Sunday, November 30, 2008


11" x 17"
pen and ink on paper


With my hands trembling, I slowly tore off the top of the thick white envelope I got in the mail. It had the university’s logo on the upper left and my name neatly typed across the middle. A couple of days before, two of my friends in high school who took the same exam as I did already received the same envelope. But theirs wasn't as thick as mine and I also found out that the letter inside their envelopes contained the sad news that they didn't make the cut. "Well there's still UST and FEU," said Honesto when he read his.

That night, my mother was still at our neighbor’s house - Aling Josie - exchanging gossip. I was alone at home and staring at the neatly torn top of the thick envelope. "Did I pass? Or did the person who closed my envelope simply placed in thicker wads of paper which would eventually contain the same thing - that I failed."

I gingerly took out the sheets of paper stuffed inside and slowly unfolded one of them. And there it was, the words typed neatly with an electric typewriter on an immaculate white sheet monogrammed with the university’s logo, "you successfully passed...".


I rushed to our next door neighbor and looked for my mother. I told her the news and immediately told her, "I passed it. But is it okay if I go instead to Ateneo?"

"But I thought you preferred that one?" she wondered.

"I know. But now you know that I passed. Besides I am qualified for that full scholarship in Ateneo and take up B.A. English," I told her thinking with the conviction of a young man who believes he can conquer the world.

"Hay naku. Bahala ka. As long as you make sure we can afford the tuition fees," she told me with a dismissive wave of her hand. “Go home and cook the rice for dinner.”

While I was heading back home I passed by the gate of my uncle Tito Sinforoso and his wife Tita Caring.

"Pssst. Psst!!" I heard and turned my head to see Tomas ushering me to come closer.

"Daddy's calling you upstairs to his study," he told me as I came closer. Although, Tito Sinforoso and Tita Caring never had children, they had their wards that they raised. Tomas, was one of them. A child of one of the patients at the National Mental Hospital where Tito Sinforoso and Tita Caring worked until their retirement, I've always found it odd to hear him call my uncle as "daddy".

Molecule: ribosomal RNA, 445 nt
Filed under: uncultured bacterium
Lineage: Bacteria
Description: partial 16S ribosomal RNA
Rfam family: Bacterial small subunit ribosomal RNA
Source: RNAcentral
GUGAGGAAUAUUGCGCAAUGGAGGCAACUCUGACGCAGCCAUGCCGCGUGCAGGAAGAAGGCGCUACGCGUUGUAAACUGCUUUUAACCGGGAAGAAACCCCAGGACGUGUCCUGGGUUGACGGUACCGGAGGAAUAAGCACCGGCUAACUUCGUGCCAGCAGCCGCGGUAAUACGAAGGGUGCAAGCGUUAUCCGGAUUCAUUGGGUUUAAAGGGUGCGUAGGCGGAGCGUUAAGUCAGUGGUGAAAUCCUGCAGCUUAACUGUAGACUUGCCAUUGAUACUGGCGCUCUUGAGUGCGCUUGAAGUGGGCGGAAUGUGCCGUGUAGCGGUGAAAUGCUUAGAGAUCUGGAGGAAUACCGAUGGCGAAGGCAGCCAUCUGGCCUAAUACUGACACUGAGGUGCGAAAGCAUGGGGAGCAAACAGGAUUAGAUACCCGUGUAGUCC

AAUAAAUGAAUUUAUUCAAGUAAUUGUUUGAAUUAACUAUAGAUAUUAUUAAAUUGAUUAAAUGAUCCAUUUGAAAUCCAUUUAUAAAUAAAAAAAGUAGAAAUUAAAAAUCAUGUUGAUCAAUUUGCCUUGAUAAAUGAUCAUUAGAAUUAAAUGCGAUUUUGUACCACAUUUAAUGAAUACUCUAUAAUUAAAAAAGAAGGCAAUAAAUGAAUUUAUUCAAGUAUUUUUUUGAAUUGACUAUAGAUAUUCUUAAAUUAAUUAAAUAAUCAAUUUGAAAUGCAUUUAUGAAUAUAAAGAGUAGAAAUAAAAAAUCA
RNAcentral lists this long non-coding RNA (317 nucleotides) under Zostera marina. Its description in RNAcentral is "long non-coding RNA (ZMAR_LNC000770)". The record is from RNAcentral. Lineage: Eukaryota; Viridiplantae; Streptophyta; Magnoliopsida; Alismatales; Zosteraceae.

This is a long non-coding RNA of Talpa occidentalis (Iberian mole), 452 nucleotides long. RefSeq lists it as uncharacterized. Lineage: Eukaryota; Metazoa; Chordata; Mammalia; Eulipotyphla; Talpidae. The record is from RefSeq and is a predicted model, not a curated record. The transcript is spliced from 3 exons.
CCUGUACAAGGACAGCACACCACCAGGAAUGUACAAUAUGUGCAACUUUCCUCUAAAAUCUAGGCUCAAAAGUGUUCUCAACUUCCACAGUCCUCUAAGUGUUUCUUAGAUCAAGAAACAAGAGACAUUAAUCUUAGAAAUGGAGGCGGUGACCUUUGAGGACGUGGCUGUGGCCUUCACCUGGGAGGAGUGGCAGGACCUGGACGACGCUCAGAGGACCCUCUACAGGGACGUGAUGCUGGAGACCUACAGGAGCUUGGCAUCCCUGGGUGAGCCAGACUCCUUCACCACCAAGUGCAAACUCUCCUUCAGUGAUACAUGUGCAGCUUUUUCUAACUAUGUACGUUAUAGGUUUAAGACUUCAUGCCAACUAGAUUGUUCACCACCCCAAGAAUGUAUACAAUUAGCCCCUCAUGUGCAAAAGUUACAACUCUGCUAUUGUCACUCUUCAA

"Why?" I asked Tomas. "I don't know. He saw you passing by from his window and just told me to call you to him," he said with a shrug of his shoulders.

"Okay," was all I said as I followed him through the gate and down the narrow corridor leading to the main door. I followed him up the wooden flight of stairs with the shiny, polished mahogany banister. I took a mental note that when I come down later I'll slide down from it.

Upon reaching the top, he lifted his right hand and motioned me to wait. He turned to the big black narra door with the shiny brass doorknob. He knocked once and turned it.

"Daddy, he's here," he announced.

"Come in," a low voice came from behind the door. "Go in," Tomas said. When I stepped inside the room I heard him closing the door behind me and the knob clicking.

I have only been to Tito Sinforoso's study twice in my entire young life. The first time, I was playing hide-and-seek with Tomas and three other kids. I hid behind one of the big shelves. It was a good hiding spot except that I shrieked in pain and terror when my foot was caught on a mousetrap, prematurely giving away where I was hiding. The second time I was there was when I sneaked inside when nobody was around and "borrowed" a book that caught my fancy. It was a handsome volume of Charles Dickens' A Tale of Two Cities. I swore I would return it after reading but I never did.

I stood there in front of his large wooden table which was at the far end of the room surrounded by walls of shelves brimming with books. He was sitting behind it on a high backed wooden swivel chair, the kind they had in the fifties, wearing a crisply ironed white short-sleeved shirt. Come to think of it, I’ve only seen him wearing that kind of shirt when he was alive.

He has white hair cut very short. In fact, it was cut so short it reminds me of Apolinario Mabini, the Great Plebian's photo from one of my school books. It made him look scholarly and old, especially since he wears those black horn-rimmed glasses.

“Sit down,” he said in his soft voice as he raised a hand to gesture me towards the small wooden chair beneath a lamp with a shade made of capiz that gave out an eerie yellowish glow.

“I see you already received your admission letter,” he told me as his eyes gazed on the envelope I had in my hand. “And it seems that from the look of how thick it is, you already received your other documents to enroll there, haven’t you?” he further added.

“Yes sir,” I meekly replied.